Musicians are barely getting a slice of music industry revenue, largely eating off of live performances instead. For ‘Tour Tales,’ we dig into the rider requests, delayed shows, diligent preparation, and future of touring by talking with the multitude of people that move behind the scenes. Record executives, photographers, tour managers, artists, and more all break down what goes into touring and why it’s still so vital to the livelihood of your favorite artists. What happens on tour stays on ‘Tour Tales.’
For the past 11 years, 37-year-old Bronx, New York native Antwan “Amadeus” Thompson has pretty much seen it all on tour as Trey Songz’s music director. There’s been marriage issues, robberies, and even some chicken from Detroit that almost stopped an entire show. However, outside of his first ever New Zealand shows in 2018, Songz has been pretty absent from the road since his 2017 tour in support of his album Tremaine.
“We’re not moving as much as we were moving. But, when we were moving, we moving. We were doing two to three tours a year,” Amadeus told REVOLT TV.
For this installment of “Tour Tales,” the music director tells us how Trey Songz’s abs helped save a show that “Crack Chicken” almost ruined, the brotherhood he and the singer developed, and which legends have shown Songz love.
You’re 37 and Trey is 34. So, for the last 11 years, y’all pretty much grew into men on the road. Your 20s are very formidable years. Are there any moments where y’all connected like brothers?
Absolutely. So, I’m definitely a big brother figure and he’s shared this sentiment with me and other people multiple times. At certain times when we were touring, I was married. So, I carried myself in a certain manner. He respected that and appreciated that I was committed and I was faithful to my wife at the time. He admired that. That’s something people wouldn’t know. I remember him pulling me into his dressing room, and a friend of his was there. Trey was like, ‘My boy got some issues. You’re big bro and got the married life. Could you help him out?’
Those are the moments that bond people on tour. Were there bonding excursions y’all went on, on tour?
I think one of our favorite things is bowling. Trey is a beast at bowling, and so are a few other band members. We do it and have fun. The go-kart racing is another thing that we do on the road. We go to the movies. Of course, the studio. If he’s vibing in the studio, he’ll have the whole band come, and we’ll start creating music on the spot.
What was one of the most difficult shows for you to put together as a music director for Trey?
I remember we had just got off “The Blueprint 3 Tour,” we flew home after being on the road for a month and a half, and then, the next day went into rehearsal for a show we had in New York. We also had to prepare for ‘MTV Unplugged.’ As a music director, I had to organize it. It’s ‘Unplugged,’ so it’s an acoustic vibe. I had to figure out a violinist. I brought in a horn section. I brought in a percussionist who never played his music before, so he had to figure it out. I sent him the music, so he could figure it out. We only had one rehearsal. So, the band had a rehearsal for a few hours. Trey flew in, came straight from rehearsal, and we figured it out.
A big part of Trey’s appeal is he’s a heartthrob. What’s the craziest thing that happens at a Trey Songz show?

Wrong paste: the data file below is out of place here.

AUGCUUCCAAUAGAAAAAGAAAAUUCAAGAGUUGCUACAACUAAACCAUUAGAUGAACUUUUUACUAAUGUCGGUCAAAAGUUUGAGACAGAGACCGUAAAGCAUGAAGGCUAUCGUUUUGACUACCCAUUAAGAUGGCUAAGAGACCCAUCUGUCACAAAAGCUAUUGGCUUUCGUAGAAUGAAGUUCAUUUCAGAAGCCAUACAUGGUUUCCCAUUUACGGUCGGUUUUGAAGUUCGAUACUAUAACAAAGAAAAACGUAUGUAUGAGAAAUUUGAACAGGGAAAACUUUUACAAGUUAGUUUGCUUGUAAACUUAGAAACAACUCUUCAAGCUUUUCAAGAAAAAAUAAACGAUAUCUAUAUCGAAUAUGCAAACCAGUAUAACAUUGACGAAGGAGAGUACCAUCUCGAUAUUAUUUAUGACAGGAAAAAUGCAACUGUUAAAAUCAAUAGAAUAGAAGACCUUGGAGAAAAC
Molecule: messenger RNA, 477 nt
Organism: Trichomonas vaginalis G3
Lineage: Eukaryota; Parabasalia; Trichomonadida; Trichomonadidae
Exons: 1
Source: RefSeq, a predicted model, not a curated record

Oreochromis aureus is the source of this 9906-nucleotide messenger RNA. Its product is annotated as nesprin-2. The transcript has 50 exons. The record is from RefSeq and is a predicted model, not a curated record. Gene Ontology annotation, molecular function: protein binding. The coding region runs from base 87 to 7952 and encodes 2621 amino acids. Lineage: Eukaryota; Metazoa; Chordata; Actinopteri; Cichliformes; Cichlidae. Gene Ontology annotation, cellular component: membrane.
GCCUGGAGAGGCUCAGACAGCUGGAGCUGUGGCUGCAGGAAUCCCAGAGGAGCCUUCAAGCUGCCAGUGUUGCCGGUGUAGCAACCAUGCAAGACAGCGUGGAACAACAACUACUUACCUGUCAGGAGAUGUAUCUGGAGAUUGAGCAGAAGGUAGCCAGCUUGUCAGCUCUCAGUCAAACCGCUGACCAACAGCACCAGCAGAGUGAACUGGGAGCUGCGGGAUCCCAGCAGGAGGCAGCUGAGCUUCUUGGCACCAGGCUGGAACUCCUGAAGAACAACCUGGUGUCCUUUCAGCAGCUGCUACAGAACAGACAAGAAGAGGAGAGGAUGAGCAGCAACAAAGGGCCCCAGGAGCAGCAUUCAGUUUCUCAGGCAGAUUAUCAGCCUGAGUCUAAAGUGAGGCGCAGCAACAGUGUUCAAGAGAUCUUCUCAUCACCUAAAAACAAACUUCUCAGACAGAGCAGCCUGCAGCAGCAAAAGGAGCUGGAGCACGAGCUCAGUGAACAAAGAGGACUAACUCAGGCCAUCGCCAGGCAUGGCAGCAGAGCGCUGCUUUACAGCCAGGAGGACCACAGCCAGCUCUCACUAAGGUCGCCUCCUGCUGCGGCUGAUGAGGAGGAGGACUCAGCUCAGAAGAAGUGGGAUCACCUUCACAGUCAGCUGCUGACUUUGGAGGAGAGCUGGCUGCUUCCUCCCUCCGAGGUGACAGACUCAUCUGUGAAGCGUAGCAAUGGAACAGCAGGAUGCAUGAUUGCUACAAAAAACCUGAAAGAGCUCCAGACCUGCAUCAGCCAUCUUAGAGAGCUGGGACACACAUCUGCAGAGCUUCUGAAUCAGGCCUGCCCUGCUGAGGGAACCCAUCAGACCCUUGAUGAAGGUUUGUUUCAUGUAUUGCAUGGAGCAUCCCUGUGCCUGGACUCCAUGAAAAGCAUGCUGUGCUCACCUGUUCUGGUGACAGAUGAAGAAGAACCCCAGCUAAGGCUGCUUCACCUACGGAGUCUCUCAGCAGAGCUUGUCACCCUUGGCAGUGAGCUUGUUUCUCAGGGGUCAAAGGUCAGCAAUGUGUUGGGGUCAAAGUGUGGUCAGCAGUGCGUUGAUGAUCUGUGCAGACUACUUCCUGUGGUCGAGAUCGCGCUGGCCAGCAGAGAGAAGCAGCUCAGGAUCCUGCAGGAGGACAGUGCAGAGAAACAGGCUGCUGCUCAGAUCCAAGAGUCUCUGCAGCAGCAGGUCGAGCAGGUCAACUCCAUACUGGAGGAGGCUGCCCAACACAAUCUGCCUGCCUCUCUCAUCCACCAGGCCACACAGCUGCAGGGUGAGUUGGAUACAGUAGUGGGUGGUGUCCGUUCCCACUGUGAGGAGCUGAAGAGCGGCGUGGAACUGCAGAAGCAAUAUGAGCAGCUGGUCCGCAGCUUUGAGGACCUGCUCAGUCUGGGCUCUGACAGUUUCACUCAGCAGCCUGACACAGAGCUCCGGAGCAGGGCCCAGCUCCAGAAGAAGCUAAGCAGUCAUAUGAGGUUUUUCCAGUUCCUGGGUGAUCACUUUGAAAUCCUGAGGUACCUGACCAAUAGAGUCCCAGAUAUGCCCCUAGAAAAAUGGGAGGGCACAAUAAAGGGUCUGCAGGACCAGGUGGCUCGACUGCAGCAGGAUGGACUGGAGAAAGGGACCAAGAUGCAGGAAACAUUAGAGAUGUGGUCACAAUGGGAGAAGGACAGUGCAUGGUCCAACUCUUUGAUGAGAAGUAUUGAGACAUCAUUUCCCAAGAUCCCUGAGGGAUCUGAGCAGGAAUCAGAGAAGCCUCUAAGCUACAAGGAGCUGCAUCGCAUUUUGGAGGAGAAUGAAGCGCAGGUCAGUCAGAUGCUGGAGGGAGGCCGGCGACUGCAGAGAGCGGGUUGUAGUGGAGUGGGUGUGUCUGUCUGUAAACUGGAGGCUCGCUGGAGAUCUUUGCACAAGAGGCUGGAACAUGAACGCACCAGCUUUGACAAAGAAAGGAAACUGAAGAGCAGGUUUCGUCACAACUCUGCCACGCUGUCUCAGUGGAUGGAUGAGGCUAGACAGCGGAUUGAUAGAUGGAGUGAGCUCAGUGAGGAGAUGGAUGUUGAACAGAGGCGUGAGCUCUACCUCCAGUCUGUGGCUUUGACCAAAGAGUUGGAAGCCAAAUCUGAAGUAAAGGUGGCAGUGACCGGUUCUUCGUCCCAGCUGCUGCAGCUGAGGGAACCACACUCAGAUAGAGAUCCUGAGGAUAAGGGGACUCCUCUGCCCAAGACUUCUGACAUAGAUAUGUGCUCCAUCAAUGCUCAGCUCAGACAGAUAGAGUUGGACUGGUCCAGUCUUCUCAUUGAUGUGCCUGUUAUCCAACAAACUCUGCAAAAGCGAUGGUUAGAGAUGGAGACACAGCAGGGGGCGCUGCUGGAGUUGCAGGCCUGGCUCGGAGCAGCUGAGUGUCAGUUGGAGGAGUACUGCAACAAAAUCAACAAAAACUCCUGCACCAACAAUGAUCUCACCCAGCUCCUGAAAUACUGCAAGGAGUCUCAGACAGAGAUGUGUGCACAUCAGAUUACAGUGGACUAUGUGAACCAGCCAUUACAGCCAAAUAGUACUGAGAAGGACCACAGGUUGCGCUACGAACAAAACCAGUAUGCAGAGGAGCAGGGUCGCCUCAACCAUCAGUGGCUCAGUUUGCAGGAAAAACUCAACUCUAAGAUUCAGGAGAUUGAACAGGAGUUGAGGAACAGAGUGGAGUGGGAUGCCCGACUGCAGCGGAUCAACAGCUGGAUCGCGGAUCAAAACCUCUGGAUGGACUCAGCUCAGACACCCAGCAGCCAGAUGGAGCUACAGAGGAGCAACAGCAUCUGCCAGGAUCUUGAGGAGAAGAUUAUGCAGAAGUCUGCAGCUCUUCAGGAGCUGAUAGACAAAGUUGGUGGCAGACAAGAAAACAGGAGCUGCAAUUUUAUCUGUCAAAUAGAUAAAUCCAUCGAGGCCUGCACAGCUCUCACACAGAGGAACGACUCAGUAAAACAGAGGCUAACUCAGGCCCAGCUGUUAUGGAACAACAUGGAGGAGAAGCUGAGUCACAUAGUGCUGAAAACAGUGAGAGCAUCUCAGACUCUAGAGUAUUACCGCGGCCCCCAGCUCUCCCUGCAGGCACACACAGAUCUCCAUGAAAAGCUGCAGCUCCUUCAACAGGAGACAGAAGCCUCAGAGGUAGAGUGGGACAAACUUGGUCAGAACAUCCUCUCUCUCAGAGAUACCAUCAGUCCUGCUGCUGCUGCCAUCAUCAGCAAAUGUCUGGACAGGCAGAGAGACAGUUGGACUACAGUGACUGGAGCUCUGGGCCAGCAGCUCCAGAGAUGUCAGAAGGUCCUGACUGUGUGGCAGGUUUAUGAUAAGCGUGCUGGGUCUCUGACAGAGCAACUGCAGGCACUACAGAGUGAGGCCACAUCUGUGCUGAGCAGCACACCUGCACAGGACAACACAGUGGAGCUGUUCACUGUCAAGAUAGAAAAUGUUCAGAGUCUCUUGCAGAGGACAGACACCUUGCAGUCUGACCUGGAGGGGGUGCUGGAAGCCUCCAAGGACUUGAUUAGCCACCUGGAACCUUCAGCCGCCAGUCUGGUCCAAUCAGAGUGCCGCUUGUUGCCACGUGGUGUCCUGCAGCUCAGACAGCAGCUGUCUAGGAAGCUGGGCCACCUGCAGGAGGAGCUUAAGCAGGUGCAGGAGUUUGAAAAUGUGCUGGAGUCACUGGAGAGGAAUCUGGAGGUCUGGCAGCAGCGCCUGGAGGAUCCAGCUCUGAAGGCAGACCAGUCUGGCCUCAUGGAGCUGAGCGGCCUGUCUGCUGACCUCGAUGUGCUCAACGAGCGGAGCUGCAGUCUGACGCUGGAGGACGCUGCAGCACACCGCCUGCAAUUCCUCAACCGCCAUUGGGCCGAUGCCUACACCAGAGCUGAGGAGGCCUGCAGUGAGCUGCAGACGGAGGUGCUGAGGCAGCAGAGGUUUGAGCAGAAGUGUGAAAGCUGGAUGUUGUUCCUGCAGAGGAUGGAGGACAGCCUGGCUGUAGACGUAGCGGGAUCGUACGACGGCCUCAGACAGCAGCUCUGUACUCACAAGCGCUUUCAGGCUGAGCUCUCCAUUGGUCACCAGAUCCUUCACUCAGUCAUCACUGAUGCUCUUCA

The funniest thing to me is what happens when he takes his shirt off and throws it in the audience (laughs). They tussle and fight. I’ve seen fans tussle and fight over a shirt for four or five songs. No one is letting up, no one is letting go. We’ve seen dudes fight with girls for the shirt. There’s been times where Trey’s pointed out like, ‘Hey, bruh, let the girl get the shirt. What you going to do with my shirt?’
I actually have another story that no one knows. So, we’re in Detroit and we’re performing. Before we perform, they put us on to this chicken. It’s called ‘Crack Chicken.’ It’s called ‘Crack Chicken’ because whatever seasoning they use is really good and people are addicted to it. So, we’re performing. I’m playing, and we’re about to go into ‘Neighbors Know My Name.’ We start ‘Neighbors Know my Name’ and my stomach is rumbling (laughs).
Now, me being the music director, I have a microphone. So, Trey can hear me. The band can hear me, the lighting director can hear me, both engineers can hear me, and the tour manager can hear me. So, I’m like, ‘Hey, man, I’m not feeling too good.’ So, we’re doing ‘Neighbors Know My Name,’ and we’re at the end of the song. Trey is singing, slowing it down, and doing his heartthrob thing. I’m like, ‘Guys, I’m going to the bathroom.’ Mind you, Trey didn’t hear me. He’s singing and the tour manager is running me to the bathroom. The bathroom is crazy far away.
I’m in the bathroom and he’s banging on the door like, ‘Yo, hurry up. We trying to finish the show.’ I’m like, ‘Man, you have to stop talking to me because I can’t focus.’ So, I’m in the bathroom doing a number two. Long story short, I get back onstage. Trey turns around and gets mad at the keyboard player for extending the chords. The keyboard player can’t talk to Trey, only I can. Trey turns around, the audience doesn’t see that, and Trey is cursing him out. ‘When I tell you to stop that shit, you stop that shit. Alright?’ Then, the keyboard player points to the drums like, ‘Look that way.’ Trey looked over and was like, ‘Oh shit.’
The fans were trying to get him to take his shirt off. But, he told them that he wasn’t no stripper. He wasn’t ready to take his shirt off because it wasn’t that song. When he realizes I wasn’t there, he turns around and goes, ‘What y’all was saying about that shirt?’ (laughs) He takes his shirt off and makes a moment with that shirt, and stalled the show until I came back on drums. I came back and he turns around, laughs his ass off, and we continue the show. No one has heard [of] that show (laughs).
Trey Songz’s abs kept the show going, per usual. You were with Trey on his first international tours. Was there an overseas show that was a culture shock for you and Trey?